Friday, January 07, 2011

Gazing into the crystal ball: prognostications will continue to be popular

Recently, I considered one of the moral dangers of attempting to predict the future, namely, hubris, a mistaken alignment to the future that elides the priority of human receptivity over (re)action. However, there is a further difficulty in picturing the future, particularly at the scale of society: difficulty.

Making concrete predictions of likely or possible global scenarios over the next five, ten, twenty, fifty years is a difficult well-nigh impossible task, yet it doesn't stop plenty of people from trying. For example, The Guardian has just published 20 predictions of the next 25 years. At the moment, there are parts in a number of these scenarios that I find plausible and others I find fairly unlikely (including for instance key elements of the second and ninth). Yet the great problem with predictions of this nature (taking one arena of the present world and trying to explain what it might look like in 25 years) is that no arena is an island. Few of these scenarios seem to have thought deeply about the possible interconnections between some of these fields. How could possible political backlash over deteriorating energy security affect banking? Or how might worsening climate change affect attitudes and policies towards fossil fuels?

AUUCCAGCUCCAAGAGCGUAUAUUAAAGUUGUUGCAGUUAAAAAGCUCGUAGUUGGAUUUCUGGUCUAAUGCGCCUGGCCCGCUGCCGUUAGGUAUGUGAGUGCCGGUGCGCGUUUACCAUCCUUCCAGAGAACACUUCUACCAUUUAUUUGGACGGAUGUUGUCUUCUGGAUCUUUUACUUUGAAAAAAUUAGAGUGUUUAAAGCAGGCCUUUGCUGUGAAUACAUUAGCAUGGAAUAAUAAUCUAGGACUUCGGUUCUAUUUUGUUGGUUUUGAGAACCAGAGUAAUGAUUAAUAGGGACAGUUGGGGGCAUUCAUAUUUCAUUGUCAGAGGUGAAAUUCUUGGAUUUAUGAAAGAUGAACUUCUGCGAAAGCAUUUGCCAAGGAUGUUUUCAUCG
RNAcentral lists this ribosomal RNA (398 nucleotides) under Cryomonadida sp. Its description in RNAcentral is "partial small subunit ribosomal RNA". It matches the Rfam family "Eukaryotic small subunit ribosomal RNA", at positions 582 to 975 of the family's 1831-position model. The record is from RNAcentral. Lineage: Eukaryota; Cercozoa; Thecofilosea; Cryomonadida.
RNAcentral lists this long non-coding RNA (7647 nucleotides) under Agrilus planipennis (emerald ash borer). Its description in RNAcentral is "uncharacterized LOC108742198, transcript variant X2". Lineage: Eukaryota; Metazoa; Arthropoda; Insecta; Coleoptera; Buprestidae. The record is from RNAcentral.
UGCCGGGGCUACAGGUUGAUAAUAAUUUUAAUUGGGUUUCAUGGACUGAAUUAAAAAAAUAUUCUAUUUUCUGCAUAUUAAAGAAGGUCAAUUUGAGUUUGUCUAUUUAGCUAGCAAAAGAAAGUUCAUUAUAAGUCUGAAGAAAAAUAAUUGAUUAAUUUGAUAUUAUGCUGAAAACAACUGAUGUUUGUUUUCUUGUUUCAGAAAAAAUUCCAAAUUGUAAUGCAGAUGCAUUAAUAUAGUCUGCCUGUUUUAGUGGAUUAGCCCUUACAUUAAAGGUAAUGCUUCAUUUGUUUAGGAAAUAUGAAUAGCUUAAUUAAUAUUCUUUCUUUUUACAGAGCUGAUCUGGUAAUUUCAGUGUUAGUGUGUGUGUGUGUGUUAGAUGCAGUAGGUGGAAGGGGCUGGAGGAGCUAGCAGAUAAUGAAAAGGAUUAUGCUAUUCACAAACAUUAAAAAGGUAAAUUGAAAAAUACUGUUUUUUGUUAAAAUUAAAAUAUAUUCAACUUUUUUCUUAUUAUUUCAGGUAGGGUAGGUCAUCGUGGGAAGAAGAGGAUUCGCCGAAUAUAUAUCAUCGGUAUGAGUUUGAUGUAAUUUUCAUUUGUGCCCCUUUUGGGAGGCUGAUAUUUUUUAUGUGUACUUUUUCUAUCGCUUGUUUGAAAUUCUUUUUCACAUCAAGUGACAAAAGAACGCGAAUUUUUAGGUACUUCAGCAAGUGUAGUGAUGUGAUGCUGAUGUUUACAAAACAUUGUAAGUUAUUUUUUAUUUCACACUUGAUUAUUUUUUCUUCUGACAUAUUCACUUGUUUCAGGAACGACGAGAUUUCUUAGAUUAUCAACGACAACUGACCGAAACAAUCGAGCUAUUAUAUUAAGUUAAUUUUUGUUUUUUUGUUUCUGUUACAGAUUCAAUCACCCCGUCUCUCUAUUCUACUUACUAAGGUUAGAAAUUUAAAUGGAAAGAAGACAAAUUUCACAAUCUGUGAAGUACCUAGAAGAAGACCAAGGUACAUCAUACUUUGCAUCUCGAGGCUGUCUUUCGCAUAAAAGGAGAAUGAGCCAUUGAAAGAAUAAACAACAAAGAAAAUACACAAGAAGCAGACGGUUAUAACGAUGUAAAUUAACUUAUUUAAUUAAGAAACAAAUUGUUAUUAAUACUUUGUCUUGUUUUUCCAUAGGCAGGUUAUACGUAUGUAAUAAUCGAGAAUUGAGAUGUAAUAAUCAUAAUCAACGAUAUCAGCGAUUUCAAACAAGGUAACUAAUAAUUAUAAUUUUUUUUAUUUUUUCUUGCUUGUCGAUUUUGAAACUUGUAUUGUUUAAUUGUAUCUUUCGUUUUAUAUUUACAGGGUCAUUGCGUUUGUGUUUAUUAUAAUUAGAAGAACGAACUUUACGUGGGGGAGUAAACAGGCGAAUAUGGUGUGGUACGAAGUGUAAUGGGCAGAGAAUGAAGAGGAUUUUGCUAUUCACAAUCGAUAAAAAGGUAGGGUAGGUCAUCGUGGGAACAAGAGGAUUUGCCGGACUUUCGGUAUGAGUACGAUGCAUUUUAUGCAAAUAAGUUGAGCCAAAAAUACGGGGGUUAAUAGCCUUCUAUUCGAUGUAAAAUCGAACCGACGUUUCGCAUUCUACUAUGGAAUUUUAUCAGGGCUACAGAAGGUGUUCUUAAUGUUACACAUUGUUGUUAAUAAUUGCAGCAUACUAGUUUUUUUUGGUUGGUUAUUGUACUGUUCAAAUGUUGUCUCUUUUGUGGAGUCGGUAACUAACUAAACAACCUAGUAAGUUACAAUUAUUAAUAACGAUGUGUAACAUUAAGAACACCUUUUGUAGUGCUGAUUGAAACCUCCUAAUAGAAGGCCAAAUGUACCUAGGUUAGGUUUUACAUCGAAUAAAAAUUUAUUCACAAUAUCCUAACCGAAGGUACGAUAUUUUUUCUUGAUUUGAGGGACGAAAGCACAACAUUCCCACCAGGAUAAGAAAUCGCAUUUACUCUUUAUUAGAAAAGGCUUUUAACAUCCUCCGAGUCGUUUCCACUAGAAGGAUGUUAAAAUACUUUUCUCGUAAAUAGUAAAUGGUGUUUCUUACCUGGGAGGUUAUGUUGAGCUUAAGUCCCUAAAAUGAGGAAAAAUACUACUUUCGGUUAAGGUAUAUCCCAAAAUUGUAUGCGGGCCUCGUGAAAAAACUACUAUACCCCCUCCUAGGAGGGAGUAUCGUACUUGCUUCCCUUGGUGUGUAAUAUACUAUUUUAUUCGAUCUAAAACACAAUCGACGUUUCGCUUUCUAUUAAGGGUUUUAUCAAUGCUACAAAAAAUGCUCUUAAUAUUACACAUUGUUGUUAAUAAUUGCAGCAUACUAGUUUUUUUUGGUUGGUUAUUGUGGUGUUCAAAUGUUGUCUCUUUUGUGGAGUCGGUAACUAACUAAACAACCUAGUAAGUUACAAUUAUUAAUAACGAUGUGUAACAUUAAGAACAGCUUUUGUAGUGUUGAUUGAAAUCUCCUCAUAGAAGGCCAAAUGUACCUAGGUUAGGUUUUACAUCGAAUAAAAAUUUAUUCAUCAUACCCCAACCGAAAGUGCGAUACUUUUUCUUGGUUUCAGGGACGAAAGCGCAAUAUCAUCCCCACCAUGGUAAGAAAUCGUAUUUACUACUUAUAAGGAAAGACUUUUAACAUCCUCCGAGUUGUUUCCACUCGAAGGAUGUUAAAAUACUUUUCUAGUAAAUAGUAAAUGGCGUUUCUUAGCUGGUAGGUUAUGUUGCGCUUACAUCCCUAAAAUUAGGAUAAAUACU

Here's Michael Tobis making another attempt at what the next few decades might look like. Michael predicts the collapse of industrial civilisation and is called an optimist for saying it won't be before 2030. Feel free to provide links in the comments to other specific predictions of coming decades.

I reflected back here on the shortcomings and benefits of such activities. However, at the moment I don't think I'm willing to make any predictions more specific than that the next few decades are likely to be very bumpy indeed.

One exception to this I'm happy to make is that such prognostications are likely to continue to be popular for the foreseeable future. And that most of them will be wrong.


byron smith said...

Jeremy notices 5 obstacles to economic growth [in the UK] in 2011, and so goes against 77 of the top 78 economists in the UK.

byron smith said...

Richard Heinberg: The limits of trends. Some useful reflections on the difficulties and inherent limits on thinking about the future by extrapolating present trends.

byron smith said...

8 ways the world will change by 2052. I note some of my disagreements in the comments, but it is an interesting exercise, if for no other reason than to bring various assumptions out into the open.